Hurt Hawks

Perhaps the most iconic Jeffers poem, the origin of the title “the wild God of the world,” and a brilliant, boldly naive lyric-narrative—or two. It also stands out among Jeffers poems for having been explained by the author.

I love the line that opens the second part:

I’d sooner, except the penalties, kill a man than a hawk; … (SP 165)

Brutal honesty. Brutal sincerity. That’s Jeffers at his best.

This two-part poem, Jeffers reported, was conceived as two separate poems about two separate birds; one imaginary and one from the poet’s actual experience. The second part of the poem was reported to be inspired by a real hawk of that the poet and his twin sons cared for. What’s more, in a letter to his editor, Jeffers reported having shot the hawk, just as is indicated in the poem. The hawk is said to have been buried in the Tor House courtyard. [1][2]

Though the two hawks are distinct, yet they have much in common. Jeffers even describes them in similar terms. Of the first he says, “the wing trails like a banner in defeat,” then of the second he says, “the wing that trailed under his talons when he moved.”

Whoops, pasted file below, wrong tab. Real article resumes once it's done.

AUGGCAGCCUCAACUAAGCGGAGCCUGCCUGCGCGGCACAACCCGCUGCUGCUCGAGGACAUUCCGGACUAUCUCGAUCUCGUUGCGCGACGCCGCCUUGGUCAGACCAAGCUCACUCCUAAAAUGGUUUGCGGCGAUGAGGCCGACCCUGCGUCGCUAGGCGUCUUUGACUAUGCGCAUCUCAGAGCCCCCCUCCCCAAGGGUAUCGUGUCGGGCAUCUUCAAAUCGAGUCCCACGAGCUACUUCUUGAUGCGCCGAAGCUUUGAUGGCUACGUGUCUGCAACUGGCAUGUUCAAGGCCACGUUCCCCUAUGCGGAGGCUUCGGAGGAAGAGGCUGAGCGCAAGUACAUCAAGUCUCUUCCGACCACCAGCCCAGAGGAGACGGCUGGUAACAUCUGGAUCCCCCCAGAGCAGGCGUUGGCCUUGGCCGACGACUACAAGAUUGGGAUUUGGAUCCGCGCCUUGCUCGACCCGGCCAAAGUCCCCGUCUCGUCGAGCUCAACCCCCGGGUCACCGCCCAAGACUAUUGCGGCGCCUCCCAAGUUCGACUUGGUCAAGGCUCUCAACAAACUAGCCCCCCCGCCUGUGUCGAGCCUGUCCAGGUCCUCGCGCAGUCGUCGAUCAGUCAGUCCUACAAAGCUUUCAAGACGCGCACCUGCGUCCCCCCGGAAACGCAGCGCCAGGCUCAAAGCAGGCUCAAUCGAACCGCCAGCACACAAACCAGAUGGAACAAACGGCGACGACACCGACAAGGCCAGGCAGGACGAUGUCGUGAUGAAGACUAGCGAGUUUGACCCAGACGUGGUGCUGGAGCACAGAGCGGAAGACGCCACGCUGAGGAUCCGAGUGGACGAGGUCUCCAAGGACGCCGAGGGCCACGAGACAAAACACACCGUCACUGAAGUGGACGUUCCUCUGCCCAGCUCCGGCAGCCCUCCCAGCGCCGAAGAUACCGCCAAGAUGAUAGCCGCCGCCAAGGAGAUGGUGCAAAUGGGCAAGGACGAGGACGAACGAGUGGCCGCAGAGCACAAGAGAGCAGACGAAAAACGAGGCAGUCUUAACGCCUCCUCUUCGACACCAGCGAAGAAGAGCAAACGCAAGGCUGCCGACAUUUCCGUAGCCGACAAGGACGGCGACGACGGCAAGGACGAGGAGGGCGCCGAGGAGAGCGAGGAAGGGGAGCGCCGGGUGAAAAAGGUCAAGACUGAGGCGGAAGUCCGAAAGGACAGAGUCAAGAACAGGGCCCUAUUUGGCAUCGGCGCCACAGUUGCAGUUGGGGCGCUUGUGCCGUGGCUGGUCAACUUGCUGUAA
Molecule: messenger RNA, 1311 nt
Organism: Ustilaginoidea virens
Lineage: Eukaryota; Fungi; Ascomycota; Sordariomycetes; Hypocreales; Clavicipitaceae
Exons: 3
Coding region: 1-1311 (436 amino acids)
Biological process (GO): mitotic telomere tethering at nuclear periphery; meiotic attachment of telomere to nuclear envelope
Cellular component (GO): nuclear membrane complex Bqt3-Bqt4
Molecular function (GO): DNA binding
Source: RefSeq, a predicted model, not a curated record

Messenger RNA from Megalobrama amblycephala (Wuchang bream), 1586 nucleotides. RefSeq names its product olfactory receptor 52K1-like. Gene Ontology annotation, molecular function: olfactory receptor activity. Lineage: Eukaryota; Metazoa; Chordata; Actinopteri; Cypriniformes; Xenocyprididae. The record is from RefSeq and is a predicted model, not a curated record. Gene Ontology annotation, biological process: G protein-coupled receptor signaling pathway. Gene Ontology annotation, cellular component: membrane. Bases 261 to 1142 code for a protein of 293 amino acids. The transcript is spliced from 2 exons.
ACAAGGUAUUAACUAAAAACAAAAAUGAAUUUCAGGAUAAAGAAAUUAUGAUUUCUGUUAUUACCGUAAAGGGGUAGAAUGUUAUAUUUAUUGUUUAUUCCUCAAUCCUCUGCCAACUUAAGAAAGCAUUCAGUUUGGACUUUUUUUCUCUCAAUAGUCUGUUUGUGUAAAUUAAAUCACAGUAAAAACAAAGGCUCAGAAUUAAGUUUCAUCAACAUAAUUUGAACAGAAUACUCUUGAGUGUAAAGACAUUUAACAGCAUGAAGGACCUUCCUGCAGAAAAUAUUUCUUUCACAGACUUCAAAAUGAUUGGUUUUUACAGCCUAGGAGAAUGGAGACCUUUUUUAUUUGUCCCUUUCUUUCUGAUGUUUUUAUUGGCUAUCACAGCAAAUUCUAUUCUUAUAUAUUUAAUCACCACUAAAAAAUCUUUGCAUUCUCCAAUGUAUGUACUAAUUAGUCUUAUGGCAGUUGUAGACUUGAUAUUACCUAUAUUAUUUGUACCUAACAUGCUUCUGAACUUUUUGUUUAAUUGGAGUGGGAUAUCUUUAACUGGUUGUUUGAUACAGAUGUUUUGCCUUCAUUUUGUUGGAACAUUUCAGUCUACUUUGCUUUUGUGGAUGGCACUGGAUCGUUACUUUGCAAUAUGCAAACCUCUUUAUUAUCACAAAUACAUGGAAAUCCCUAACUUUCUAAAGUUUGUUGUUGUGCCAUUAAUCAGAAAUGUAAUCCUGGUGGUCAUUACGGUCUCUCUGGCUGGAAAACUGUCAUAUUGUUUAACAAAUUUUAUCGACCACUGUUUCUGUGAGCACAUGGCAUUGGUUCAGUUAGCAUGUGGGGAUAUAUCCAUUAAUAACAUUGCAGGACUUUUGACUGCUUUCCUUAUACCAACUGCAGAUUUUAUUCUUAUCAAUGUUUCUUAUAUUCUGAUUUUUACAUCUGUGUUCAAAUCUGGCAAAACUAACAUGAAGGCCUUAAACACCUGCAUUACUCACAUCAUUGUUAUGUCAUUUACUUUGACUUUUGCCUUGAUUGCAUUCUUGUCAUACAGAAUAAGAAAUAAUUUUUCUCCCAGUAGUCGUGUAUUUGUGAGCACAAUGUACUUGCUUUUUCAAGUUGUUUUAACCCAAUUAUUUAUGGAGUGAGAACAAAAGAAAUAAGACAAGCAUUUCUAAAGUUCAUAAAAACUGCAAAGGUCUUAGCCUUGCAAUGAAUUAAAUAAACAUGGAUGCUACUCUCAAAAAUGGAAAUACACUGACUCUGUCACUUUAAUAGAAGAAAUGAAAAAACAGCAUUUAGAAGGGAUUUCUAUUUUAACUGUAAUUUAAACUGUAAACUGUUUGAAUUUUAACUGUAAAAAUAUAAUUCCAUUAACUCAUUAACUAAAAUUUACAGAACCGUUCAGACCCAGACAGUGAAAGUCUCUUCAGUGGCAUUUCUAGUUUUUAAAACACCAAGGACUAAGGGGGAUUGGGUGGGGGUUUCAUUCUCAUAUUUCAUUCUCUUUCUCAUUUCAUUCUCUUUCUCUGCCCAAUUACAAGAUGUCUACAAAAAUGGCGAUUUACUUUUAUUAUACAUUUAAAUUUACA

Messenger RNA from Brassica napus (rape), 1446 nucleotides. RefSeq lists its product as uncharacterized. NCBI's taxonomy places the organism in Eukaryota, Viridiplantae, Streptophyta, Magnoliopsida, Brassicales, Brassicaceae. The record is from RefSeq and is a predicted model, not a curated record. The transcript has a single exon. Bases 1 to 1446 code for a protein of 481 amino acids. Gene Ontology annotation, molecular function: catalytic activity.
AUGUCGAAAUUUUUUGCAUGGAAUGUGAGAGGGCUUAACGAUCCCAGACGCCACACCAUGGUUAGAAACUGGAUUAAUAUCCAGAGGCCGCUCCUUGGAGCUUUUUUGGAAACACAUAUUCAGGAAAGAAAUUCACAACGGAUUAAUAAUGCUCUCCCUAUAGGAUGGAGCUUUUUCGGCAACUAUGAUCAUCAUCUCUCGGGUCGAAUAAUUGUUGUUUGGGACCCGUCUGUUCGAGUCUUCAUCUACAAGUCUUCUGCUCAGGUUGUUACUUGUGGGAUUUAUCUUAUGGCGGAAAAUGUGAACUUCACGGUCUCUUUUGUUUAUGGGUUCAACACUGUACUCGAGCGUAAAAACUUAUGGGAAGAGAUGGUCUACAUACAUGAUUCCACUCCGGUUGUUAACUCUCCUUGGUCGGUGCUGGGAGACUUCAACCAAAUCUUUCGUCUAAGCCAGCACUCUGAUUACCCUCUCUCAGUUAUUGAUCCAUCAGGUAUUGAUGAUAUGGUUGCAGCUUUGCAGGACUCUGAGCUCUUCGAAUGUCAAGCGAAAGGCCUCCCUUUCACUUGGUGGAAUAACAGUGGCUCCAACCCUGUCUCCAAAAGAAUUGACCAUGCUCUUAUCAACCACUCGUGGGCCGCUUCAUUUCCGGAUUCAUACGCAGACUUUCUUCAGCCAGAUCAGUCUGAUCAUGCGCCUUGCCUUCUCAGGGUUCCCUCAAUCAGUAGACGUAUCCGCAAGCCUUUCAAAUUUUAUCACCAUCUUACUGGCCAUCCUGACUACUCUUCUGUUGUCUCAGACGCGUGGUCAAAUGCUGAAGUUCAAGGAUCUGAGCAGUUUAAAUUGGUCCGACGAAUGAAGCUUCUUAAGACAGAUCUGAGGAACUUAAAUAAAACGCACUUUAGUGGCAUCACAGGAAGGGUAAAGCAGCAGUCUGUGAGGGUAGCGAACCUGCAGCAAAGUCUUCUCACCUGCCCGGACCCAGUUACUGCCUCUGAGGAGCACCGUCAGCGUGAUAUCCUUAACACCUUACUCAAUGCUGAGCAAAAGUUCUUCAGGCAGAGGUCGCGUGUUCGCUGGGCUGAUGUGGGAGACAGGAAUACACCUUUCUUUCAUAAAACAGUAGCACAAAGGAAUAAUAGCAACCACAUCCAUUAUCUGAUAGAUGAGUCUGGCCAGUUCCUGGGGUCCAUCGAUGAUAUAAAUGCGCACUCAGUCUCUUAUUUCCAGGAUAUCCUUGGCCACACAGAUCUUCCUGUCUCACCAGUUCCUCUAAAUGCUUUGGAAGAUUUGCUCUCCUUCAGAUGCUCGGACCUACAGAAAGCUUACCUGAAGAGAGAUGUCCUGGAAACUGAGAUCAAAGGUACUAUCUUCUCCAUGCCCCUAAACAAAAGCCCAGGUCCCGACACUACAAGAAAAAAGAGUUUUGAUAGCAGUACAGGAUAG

These twin hawks were not the first hurt hawks in Jeffers’ repertoire. They were contemporaneous to the caged eagle in Cawdor and preceded by the crucified hawk in the Prelude to The Women at Point Sur (WAPS) and the hanged hawks in the main body of the long narrative poem (1927).

He is strong and pain is worse to the strong

The anthropomorphism (pathetic fallacy) in this poem is striking, and more than a little puzzling. Can it truly be said that pain and incapacity are worse to the strong? I suppose the point is that the hawk has become so familiar with might that he cannot easily bear weakness, but does this accurately depict the likely mind state of a wounded hawk? Later in his career, Jeffers would focus more on the pain intrinsic to human consciousness, which yours truly finds more on-target. It may very well be that men of power suffer more from incapacity, but that is more likely an artifact of human consciousness than of power in nature.